Here's a look at what you need to know about the Chicago Transit Authority. Chicago's rapid transit system is the second largest public transportation system in the United States, serving Chicago and 35 suburbs.
The rail system is referred to as the "L" because most of its rail lines are elevated above the city streets.
About: On any weekday 1.7 million passengers take Chicago Transit Authority, CTA, (buses and the "L").
There are 1,781 buses, 129 routes and 11,493 posted bus stops, serving 306.02 million passengers per year.
There are 1,200 "L" cars, eight different routes, and 145 train stations, serving 210.85 million passengers per year.
The rapid transit system provides transportation to both of Chicago's major airports, O'Hare and Midway.
The subway/underground system services downtown only. The elevated trains service both downtown and everywhere else.
History: June 6, 1892 - The first elevated railway, the Chicago and South Side Rapid Transit Company, opens in Chicago, and goes from Congress St. to 39th St.
October 17, 1943 - The State Street subway opens downtown, the first subway line in the city, all previous had been above ground.
April 12, 1945 - The State of Illinois creates the Chicago Transit Authority, CTA, to operate a transportation system in metro Chicago and Cook County.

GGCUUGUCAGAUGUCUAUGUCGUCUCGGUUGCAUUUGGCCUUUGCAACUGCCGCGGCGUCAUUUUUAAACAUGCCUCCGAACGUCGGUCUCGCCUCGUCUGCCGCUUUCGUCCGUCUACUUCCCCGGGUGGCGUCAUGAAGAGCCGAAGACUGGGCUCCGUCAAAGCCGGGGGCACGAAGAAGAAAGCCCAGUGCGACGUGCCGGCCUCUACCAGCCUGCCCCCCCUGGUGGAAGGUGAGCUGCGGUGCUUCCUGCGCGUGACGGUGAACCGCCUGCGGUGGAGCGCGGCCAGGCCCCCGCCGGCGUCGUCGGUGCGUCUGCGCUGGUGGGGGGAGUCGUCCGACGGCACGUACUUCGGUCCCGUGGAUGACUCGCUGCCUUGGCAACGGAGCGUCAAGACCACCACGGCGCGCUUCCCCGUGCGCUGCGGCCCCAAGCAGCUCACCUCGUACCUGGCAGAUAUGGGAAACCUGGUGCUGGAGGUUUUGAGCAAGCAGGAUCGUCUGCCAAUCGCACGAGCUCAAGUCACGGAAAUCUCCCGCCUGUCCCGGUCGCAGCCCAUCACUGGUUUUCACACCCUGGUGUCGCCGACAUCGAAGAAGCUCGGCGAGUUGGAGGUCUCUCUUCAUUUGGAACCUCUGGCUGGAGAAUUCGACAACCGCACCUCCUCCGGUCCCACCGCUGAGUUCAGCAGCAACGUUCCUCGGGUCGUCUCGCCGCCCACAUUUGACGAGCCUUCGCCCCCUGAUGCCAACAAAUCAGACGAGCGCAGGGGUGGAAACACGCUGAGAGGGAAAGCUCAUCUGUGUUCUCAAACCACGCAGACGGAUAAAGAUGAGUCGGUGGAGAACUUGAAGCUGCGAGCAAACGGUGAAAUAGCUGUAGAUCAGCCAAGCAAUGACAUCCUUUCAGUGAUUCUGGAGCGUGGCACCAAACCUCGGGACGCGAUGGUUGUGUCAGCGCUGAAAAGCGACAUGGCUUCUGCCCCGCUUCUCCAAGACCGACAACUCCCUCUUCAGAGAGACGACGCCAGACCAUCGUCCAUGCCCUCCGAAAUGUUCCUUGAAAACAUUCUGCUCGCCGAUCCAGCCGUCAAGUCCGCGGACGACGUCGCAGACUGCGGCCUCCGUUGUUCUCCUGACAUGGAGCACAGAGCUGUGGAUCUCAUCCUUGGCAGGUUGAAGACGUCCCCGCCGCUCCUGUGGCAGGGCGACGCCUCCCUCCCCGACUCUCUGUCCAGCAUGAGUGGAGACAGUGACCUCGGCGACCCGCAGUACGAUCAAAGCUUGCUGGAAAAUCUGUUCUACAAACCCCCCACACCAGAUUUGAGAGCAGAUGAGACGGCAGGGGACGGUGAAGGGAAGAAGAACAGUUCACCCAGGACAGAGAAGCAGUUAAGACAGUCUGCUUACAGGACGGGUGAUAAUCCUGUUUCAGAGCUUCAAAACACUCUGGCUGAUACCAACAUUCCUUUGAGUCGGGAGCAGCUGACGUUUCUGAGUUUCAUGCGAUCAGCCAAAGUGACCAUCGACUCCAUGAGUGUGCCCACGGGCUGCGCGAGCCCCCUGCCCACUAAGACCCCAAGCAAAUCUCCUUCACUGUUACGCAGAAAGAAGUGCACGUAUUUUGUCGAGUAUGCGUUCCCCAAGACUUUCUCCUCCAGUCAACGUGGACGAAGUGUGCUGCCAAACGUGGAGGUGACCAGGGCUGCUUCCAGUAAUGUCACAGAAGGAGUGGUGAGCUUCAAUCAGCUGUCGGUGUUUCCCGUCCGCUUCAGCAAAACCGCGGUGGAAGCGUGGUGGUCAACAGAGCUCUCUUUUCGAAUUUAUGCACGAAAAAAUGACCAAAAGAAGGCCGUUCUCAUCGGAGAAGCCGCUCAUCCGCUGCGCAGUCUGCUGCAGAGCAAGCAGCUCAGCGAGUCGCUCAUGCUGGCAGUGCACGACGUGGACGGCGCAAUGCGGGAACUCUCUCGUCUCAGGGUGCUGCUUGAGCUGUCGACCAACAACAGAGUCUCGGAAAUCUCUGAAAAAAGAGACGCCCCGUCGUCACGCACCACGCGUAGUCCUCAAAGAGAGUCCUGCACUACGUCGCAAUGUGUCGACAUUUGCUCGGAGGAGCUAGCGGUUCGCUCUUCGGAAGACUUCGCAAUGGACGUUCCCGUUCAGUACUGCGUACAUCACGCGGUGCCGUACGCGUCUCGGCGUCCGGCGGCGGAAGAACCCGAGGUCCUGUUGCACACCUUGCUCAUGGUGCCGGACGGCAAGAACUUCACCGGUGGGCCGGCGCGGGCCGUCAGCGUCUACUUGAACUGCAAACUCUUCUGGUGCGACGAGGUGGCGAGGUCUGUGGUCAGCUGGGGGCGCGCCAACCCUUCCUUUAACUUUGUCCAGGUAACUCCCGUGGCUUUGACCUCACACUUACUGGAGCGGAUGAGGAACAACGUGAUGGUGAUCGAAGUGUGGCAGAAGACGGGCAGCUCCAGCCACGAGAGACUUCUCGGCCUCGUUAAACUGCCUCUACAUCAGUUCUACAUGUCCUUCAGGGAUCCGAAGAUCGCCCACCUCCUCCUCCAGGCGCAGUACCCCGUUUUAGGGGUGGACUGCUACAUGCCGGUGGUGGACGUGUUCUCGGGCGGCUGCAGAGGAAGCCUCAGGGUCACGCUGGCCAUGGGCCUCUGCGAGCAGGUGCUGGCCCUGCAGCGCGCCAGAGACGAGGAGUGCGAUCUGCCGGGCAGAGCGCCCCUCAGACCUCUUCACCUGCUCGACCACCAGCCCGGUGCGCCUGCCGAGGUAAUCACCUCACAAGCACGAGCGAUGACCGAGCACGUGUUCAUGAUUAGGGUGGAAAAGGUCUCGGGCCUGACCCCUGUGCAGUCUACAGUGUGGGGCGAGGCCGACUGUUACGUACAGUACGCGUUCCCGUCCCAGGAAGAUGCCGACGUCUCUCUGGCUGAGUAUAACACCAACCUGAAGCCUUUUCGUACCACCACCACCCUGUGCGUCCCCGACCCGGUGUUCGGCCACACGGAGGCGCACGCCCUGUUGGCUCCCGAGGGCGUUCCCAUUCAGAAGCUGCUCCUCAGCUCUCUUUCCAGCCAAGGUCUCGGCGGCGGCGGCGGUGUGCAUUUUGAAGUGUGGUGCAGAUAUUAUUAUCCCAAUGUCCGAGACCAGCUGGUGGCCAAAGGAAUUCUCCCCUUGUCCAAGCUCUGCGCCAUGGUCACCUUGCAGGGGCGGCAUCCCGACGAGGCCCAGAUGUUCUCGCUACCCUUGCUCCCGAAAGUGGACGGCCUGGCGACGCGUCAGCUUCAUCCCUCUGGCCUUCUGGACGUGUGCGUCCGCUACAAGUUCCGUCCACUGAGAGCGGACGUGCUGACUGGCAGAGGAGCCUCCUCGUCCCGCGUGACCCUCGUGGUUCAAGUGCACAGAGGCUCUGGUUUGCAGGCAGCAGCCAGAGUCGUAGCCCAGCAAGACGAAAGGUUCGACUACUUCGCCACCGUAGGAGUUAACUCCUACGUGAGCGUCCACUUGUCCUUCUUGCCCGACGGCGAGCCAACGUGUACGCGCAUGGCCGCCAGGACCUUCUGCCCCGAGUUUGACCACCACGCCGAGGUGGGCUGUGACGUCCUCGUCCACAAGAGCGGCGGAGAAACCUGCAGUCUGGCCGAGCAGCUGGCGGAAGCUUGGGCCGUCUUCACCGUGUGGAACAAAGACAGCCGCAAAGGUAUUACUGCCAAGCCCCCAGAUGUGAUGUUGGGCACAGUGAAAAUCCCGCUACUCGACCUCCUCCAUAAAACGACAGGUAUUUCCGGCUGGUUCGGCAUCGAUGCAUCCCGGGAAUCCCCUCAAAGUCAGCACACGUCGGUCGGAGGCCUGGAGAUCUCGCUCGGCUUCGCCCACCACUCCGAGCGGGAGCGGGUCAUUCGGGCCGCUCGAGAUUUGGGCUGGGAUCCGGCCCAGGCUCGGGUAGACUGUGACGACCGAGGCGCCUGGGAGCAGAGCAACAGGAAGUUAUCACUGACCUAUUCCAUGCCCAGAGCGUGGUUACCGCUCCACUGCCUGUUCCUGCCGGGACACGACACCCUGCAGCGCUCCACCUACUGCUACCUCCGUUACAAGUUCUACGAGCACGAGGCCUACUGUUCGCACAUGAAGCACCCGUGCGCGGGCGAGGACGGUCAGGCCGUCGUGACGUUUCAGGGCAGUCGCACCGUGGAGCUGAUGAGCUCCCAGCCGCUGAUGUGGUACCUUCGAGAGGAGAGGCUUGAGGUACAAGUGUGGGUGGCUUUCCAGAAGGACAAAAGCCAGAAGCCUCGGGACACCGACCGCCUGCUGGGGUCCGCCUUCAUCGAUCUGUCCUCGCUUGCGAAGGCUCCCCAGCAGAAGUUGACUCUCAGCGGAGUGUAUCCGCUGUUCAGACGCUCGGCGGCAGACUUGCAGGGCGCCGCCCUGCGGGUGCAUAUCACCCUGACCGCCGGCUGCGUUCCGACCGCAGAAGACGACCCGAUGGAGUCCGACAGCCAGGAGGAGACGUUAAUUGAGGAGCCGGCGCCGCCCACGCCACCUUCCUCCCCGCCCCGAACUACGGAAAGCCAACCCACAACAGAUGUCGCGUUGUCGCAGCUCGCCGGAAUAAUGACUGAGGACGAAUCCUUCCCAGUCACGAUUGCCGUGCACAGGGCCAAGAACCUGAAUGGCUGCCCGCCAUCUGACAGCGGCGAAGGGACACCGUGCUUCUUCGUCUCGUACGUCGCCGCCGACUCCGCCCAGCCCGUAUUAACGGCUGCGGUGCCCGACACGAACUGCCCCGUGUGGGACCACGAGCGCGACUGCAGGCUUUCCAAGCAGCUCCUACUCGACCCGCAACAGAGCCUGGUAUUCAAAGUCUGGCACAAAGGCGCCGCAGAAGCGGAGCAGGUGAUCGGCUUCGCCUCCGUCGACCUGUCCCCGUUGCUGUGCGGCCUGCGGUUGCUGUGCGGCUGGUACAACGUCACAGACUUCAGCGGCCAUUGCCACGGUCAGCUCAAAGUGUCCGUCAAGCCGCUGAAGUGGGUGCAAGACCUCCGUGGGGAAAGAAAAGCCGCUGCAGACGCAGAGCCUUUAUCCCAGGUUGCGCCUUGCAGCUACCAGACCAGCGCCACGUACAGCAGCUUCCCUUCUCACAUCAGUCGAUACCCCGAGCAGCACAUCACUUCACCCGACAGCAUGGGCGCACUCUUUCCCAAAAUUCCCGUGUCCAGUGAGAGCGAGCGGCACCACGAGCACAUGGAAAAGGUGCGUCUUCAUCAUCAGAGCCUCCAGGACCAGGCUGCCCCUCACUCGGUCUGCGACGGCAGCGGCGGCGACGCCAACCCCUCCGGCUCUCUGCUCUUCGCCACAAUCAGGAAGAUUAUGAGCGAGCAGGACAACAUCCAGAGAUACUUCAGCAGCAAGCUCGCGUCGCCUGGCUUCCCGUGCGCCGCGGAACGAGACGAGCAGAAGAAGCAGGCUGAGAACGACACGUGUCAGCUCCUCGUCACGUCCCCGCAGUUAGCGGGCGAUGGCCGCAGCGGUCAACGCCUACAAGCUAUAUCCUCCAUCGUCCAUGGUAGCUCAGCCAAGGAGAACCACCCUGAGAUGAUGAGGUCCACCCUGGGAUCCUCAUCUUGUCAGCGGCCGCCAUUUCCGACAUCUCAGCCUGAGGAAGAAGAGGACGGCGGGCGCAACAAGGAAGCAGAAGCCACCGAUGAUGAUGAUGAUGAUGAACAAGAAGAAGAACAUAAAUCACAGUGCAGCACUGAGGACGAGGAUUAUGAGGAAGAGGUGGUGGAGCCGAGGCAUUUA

October 1, 1947 - CTA by legislative authority, take control of all "L" and bus service in the city.
February 25, 1951 - The Dearborn Street subway opens, the second downtown subway station.
November 5, 1956 - One train slams into the rear of another, killing eight, and injuring 200. The coroner recommends signals at all train stops.
June 22, 1958 - The Congress line opens in the median of the Congress Street Expressway, now the Eisenhower Expressway.
February 4, 1977 - Four train cars fall 20 ft to the street, eleven people die, more than 180 hurt, when a motorman ignores the signals to stop and rear-ends another train.
February 27, 1983 - The first portion of the "L" line to O'Hare opens. It is completely in service by September 3, 1984.
April 13, 1992 - A part of the tunnel under the Chicago River collapses closing the State Street station for 18 days and the Dearborn station for 24, due to flooding.
1993 - The Red and Green lines are formed after rerouting.
1993 - The Orange/Midway line opens, extending travel to Chicago's Midway airport.
October 2, 1994 - All routes officially have color designations: Red Line (Howard-Dan Ryan), Blue Line (O'Hare-Forest Park-54/Cermak), Orange Line (Midway), Brown Line (Ravenswood), Purple Line (Evanston), Green Line (Lake-Ashland/63-East 63rd), and Yellow Line (Skokie Swift).
August 18, 1997 - Fare cards are first used.
April 27, 1998 - 27 bus routes are cut to save an estimated $8.5 million annually.
June 1, 1999 - Use of tokens is discontinued.
March 25, 2000 - Mirrors, monitors, and automated voices replace the last conductors used on the "L".
June 25, 2006 - The Pink L line opens, operating between 54th/Cermak and downtown. This line connects the suburbs of Berwyn and Cicero to downtown Chicago.